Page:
There's a reason we fight for open records, and it's not because we need to know or think someone did something wrong.
This week, two school districts chose to hide information. And it wasn't clear why.
Five schools, four from our coverage area, are leaving their current conference to start the Kishwaukee River Conference.
Marengo and Harvard just took a different approach to it than the other three, not telling the public what they were doing until it was done.
The other three have made it what it is, a simple switch to a conference that makes a lot of sense for all of the teams involved.
The Woodstock school district posted its agenda Thursday, sending out its "board book" with details of the resolution involving their departure.
It may be a formality at this point, but it was simple and transparent.
Marengo posted a resolution to its Monday school board agenda but then refused to share the document, clearly defined by Illinois' Attorney General as a public record subject to the Freedom of Information Act.
It's defined as that so that the public can know what a board is about to do before it makes a decision and can give its opinion before the final decision is made.
Marengo superintendent Dan Bertrand didn't play along, using a loophole that allows a public entity five business days to respond to any FOIA request, thus keeping the public in the dark.
Harvard took it a step further. It has discussed the new conference several times without putting it on any agenda. And, when McHenryCountySports.com wrote about that fact Sunday, all past agendas were taken off the school's website.
Harvard posts a lot of items on its agendas, such as a new sign in the wrestling room and a presentation on Art in District 50. Not everything they post is a voting matter. But the district went out of its way to keep the athletic conference off its agendas, including during a 20-plus minute presentation given at its Nov. 20 meeting when principal Rob Zielinski acknowledged it was a big deal and went on to say that not everything that's been in the paper has been correct, without explaining what wasn't.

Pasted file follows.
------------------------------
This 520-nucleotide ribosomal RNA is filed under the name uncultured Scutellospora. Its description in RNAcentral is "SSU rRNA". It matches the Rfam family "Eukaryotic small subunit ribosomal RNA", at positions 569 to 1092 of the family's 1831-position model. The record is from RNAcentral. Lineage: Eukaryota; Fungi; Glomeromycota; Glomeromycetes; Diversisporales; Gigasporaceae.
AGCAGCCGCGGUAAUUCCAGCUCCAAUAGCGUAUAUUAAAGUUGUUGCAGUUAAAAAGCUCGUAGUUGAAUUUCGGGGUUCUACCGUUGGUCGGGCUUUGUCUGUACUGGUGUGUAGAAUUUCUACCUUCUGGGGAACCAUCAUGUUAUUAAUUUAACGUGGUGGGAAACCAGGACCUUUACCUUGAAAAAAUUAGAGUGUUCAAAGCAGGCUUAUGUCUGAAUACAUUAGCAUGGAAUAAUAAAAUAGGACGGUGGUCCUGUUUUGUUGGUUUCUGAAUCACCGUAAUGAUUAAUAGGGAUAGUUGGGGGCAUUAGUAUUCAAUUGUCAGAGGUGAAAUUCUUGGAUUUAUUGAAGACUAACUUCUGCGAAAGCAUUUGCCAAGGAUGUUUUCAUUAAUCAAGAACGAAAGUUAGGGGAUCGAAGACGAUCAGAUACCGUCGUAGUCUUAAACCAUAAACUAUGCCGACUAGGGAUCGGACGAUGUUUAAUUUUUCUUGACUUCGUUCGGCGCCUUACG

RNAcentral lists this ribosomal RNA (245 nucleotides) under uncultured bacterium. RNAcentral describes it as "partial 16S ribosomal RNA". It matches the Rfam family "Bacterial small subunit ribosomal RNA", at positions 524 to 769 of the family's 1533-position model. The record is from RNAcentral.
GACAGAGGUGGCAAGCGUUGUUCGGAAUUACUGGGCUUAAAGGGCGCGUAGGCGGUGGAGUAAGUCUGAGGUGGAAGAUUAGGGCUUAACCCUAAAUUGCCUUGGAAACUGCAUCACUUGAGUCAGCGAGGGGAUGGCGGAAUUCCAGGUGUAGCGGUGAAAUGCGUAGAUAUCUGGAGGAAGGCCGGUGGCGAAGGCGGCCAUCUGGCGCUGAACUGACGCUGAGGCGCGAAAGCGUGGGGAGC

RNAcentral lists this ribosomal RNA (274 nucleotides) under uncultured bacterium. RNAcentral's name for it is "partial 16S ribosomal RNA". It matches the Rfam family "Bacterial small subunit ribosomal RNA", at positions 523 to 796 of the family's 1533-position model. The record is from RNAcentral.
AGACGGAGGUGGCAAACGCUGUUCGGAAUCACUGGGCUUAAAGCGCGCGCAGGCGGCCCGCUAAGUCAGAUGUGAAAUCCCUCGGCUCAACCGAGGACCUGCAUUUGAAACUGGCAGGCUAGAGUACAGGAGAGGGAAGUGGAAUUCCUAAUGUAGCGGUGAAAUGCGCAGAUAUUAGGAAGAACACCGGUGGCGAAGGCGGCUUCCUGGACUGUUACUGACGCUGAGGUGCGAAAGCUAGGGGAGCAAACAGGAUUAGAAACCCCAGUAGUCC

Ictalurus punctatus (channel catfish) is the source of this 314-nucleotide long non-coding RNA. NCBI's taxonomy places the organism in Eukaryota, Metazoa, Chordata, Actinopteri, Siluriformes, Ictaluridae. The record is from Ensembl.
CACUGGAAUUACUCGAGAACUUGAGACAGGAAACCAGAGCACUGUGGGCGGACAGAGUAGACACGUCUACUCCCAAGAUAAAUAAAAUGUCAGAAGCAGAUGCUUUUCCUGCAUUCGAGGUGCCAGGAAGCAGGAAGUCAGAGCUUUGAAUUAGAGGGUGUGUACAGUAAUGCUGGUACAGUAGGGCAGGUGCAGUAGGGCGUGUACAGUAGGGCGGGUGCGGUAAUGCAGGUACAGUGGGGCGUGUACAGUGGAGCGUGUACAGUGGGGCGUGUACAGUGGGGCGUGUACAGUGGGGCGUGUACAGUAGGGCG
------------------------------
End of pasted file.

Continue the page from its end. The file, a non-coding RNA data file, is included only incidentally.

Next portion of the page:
Everything the Northwest Herald has printed on the topic has come directly from a school board agenda or minutes or one of the athletic directors or principals involved.
That's where this gets interesting, because Burlington Central athletic director Steve Diversey told his board in December that Harvard had backed out of joining the conference. On Wednesday, they declared they were in.
All this happened without the board voting, because Zielinski said that the district's attorney told him that leaving a conference is not something the board had to vote on.
During the Nov. 20 discussion, however, it was stated the group would vote on it in December, a vote that apparently never occurred.
The question now is why Harvard wanted to be so quiet about it. The board posts plenty of items on its agenda, including names of employees it is about to hire.
With the conference change, which seemed to be a rather straightforward issue, they took a different approach despite asking for the board's "blessing" Nov. 20.
The law on the matter, from Illinois' Attorney General, says that anything "proposed, deliberated or decided" needs to be on the board's minutes. This certainly seems to fall under at least the first two.
Zielinski even said it had been discussed multiple times.
“We’ve had a lot of discussions [about the conference] with our board for a couple of years," Zielinski said Wednesday. "Every time we tell them, they say, ‘OK, that makes sense.’ ”
Yet it hasn't appeared on the public record. And, when asked why it hasn't, Zielinski simply said his attorney said the board didn't need to vote on it.
Why was the attorney even asked? Why go through all the effort to keep it from the people?
The problem with all this silence is that the general public doesn't usually attend school board meetings. There were zero members of the general public at either the Marengo or Harvard meetings to listen to discussion on the new conference this week.
And that's why we fight for that information so we can bring it to the public. If we don't, no one else will.
It looks like the leaders of both districts are hoping to keep it that way.
• Northwest Herald sports editor Jon Styf can be reached at firstname.lastname@example.org or on Twitter @JonStyf.